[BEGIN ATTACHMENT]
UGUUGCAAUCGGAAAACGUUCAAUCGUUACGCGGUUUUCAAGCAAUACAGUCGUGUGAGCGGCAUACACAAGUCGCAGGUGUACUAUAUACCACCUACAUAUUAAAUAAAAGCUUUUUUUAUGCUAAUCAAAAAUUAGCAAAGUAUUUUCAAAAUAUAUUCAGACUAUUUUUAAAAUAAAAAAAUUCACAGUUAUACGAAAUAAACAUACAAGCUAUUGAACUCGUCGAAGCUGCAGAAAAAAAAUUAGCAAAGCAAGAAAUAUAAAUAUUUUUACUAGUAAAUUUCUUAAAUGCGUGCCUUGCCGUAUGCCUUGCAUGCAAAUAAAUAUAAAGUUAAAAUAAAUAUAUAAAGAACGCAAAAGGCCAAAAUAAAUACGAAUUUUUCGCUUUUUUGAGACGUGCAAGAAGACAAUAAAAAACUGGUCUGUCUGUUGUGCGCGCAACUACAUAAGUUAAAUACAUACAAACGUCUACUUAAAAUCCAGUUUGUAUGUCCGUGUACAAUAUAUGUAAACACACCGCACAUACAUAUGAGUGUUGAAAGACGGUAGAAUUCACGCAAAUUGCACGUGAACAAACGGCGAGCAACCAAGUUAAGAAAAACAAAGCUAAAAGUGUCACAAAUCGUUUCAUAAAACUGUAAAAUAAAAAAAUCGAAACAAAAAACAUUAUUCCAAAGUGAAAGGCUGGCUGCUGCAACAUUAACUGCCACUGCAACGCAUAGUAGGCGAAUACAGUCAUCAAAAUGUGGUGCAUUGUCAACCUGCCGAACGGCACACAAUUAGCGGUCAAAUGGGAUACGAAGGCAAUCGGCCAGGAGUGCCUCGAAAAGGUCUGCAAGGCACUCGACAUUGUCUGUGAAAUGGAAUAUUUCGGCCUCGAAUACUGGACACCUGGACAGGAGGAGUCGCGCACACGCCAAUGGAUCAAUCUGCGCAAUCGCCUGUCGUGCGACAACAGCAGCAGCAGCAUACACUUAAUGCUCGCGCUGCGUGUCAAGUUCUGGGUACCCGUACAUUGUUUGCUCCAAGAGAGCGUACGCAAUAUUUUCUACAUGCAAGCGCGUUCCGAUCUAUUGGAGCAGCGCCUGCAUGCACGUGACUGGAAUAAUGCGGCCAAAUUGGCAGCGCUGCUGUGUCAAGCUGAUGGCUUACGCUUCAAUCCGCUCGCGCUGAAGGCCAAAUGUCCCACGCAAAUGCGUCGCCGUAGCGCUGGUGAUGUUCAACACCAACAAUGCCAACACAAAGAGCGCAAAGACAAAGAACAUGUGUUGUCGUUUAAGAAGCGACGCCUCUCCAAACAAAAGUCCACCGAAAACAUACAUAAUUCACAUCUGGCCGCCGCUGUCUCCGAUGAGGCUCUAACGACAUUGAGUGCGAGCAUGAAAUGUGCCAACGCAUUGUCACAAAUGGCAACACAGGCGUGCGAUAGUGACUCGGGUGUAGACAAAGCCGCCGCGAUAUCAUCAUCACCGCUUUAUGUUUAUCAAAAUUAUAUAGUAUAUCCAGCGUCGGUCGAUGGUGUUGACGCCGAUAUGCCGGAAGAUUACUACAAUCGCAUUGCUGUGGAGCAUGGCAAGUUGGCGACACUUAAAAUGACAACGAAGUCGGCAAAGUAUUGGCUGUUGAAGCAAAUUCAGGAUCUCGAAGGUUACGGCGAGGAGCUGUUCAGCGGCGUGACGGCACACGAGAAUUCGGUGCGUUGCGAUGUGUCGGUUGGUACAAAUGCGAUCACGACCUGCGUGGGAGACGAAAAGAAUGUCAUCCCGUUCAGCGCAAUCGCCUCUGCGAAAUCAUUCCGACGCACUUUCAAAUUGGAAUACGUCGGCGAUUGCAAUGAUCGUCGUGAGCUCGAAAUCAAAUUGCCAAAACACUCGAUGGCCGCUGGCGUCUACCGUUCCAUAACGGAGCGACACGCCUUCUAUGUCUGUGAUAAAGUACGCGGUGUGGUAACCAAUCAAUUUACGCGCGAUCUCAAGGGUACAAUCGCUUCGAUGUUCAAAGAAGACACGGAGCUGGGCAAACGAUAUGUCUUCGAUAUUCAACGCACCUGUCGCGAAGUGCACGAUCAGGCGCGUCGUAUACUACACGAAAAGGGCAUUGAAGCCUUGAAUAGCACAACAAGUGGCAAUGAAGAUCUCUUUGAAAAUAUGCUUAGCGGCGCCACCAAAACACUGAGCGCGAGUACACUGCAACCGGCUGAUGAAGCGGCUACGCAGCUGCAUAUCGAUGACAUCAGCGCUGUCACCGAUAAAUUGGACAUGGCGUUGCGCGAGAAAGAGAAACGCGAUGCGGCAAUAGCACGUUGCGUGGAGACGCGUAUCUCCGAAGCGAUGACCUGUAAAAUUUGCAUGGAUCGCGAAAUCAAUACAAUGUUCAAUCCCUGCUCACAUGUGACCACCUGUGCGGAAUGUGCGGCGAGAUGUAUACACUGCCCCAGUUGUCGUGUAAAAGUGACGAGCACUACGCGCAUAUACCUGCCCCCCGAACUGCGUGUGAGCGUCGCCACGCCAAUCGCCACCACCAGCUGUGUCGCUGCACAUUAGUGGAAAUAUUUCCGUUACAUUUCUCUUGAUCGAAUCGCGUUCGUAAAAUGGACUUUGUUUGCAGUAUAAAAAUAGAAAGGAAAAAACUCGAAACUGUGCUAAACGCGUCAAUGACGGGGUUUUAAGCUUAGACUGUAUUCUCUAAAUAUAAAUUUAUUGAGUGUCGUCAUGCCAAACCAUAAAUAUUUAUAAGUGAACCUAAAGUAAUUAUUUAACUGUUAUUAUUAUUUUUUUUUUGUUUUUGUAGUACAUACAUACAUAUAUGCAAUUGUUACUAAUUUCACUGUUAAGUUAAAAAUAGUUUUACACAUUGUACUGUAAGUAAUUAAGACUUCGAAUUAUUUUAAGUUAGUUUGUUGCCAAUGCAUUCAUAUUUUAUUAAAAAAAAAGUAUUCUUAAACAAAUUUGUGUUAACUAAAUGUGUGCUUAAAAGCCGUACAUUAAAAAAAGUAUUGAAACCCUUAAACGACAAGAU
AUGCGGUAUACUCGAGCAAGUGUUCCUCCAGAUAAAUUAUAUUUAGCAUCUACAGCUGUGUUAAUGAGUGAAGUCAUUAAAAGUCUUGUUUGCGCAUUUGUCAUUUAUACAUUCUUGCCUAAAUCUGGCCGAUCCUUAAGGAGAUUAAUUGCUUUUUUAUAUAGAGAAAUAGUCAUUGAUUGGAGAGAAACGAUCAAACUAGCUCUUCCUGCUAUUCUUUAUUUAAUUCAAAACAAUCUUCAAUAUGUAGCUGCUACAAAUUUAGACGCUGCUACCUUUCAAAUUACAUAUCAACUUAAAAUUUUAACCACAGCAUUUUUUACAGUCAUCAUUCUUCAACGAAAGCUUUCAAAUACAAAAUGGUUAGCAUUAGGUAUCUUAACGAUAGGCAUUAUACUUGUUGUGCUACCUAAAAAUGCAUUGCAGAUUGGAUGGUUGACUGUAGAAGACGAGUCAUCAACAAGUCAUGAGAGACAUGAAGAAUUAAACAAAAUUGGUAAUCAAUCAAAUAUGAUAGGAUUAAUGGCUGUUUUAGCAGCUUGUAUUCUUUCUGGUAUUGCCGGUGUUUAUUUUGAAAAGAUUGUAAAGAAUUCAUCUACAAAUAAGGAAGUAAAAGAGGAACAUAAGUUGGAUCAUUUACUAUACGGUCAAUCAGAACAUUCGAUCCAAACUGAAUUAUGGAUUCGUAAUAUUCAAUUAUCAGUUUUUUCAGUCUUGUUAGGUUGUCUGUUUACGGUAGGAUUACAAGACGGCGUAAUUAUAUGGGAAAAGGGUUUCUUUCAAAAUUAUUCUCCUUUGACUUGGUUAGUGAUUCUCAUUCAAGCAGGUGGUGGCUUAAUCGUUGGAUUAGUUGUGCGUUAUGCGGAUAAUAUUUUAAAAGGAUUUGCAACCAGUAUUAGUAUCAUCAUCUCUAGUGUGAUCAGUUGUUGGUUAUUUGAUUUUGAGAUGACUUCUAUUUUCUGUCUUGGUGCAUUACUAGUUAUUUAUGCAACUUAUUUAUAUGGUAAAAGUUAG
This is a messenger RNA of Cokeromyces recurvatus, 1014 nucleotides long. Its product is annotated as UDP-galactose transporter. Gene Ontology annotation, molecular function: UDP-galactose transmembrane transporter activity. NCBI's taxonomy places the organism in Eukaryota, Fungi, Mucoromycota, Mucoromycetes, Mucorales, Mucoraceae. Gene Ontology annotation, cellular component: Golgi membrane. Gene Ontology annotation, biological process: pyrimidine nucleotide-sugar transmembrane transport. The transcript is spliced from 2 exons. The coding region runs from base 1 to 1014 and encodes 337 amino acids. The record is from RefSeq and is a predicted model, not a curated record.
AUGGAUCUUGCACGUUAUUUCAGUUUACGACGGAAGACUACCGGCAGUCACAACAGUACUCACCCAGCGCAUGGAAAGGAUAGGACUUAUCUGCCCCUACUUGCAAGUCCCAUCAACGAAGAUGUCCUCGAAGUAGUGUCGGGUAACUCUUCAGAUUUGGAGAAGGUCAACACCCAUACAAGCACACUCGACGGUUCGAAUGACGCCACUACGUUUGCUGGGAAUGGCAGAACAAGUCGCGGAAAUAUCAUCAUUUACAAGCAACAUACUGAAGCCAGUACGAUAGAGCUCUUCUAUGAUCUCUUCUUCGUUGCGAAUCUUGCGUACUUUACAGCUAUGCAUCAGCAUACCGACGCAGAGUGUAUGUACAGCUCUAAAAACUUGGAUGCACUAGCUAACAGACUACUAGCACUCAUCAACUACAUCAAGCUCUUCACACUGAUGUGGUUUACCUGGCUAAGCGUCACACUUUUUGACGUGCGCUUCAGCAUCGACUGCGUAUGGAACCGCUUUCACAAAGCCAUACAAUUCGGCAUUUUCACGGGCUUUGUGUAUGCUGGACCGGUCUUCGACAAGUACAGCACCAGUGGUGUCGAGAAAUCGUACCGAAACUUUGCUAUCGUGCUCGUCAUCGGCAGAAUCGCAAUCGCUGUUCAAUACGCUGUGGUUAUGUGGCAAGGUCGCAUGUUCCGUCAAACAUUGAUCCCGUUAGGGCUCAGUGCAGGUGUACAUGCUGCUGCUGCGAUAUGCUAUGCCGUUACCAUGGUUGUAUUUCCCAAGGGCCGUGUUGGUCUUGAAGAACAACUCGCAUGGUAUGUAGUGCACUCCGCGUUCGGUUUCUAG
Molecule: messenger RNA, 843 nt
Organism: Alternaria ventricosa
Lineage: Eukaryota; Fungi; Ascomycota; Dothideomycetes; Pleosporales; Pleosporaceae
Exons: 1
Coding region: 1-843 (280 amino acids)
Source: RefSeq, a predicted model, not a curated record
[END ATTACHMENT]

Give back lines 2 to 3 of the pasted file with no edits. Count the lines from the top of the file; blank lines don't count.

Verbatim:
AUGCGGUAUACUCGAGCAAGUGUUCCUCCAGAUAAAUUAUAUUUAGCAUCUACAGCUGUGUUAAUGAGUGAAGUCAUUAAAAGUCUUGUUUGCGCAUUUGUCAUUUAUACAUUCUUGCCUAAAUCUGGCCGAUCCUUAAGGAGAUUAAUUGCUUUUUUAUAUAGAGAAAUAGUCAUUGAUUGGAGAGAAACGAUCAAACUAGCUCUUCCUGCUAUUCUUUAUUUAAUUCAAAACAAUCUUCAAUAUGUAGCUGCUACAAAUUUAGACGCUGCUACCUUUCAAAUUACAUAUCAACUUAAAAUUUUAACCACAGCAUUUUUUACAGUCAUCAUUCUUCAACGAAAGCUUUCAAAUACAAAAUGGUUAGCAUUAGGUAUCUUAACGAUAGGCAUUAUACUUGUUGUGCUACCUAAAAAUGCAUUGCAGAUUGGAUGGUUGACUGUAGAAGACGAGUCAUCAACAAGUCAUGAGAGACAUGAAGAAUUAAACAAAAUUGGUAAUCAAUCAAAUAUGAUAGGAUUAAUGGCUGUUUUAGCAGCUUGUAUUCUUUCUGGUAUUGCCGGUGUUUAUUUUGAAAAGAUUGUAAAGAAUUCAUCUACAAAUAAGGAAGUAAAAGAGGAACAUAAGUUGGAUCAUUUACUAUACGGUCAAUCAGAACAUUCGAUCCAAACUGAAUUAUGGAUUCGUAAUAUUCAAUUAUCAGUUUUUUCAGUCUUGUUAGGUUGUCUGUUUACGGUAGGAUUACAAGACGGCGUAAUUAUAUGGGAAAAGGGUUUCUUUCAAAAUUAUUCUCCUUUGACUUGGUUAGUGAUUCUCAUUCAAGCAGGUGGUGGCUUAAUCGUUGGAUUAGUUGUGCGUUAUGCGGAUAAUAUUUUAAAAGGAUUUGCAACCAGUAUUAGUAUCAUCAUCUCUAGUGUGAUCAGUUGUUGGUUAUUUGAUUUUGAGAUGACUUCUAUUUUCUGUCUUGGUGCAUUACUAGUUAUUUAUGCAACUUAUUUAUAUGGUAAAAGUUAG
This is a messenger RNA of Cokeromyces recurvatus, 1014 nucleotides long. Its product is annotated as UDP-galactose transporter. Gene Ontology annotation, molecular function: UDP-galactose transmembrane transporter activity. NCBI's taxonomy places the organism in Eukaryota, Fungi, Mucoromycota, Mucoromycetes, Mucorales, Mucoraceae. Gene Ontology annotation, cellular component: Golgi membrane. Gene Ontology annotation, biological process: pyrimidine nucleotide-sugar transmembrane transport. The transcript is spliced from 2 exons. The coding region runs from base 1 to 1014 and encodes 337 amino acids. The record is from RefSeq and is a predicted model, not a curated record.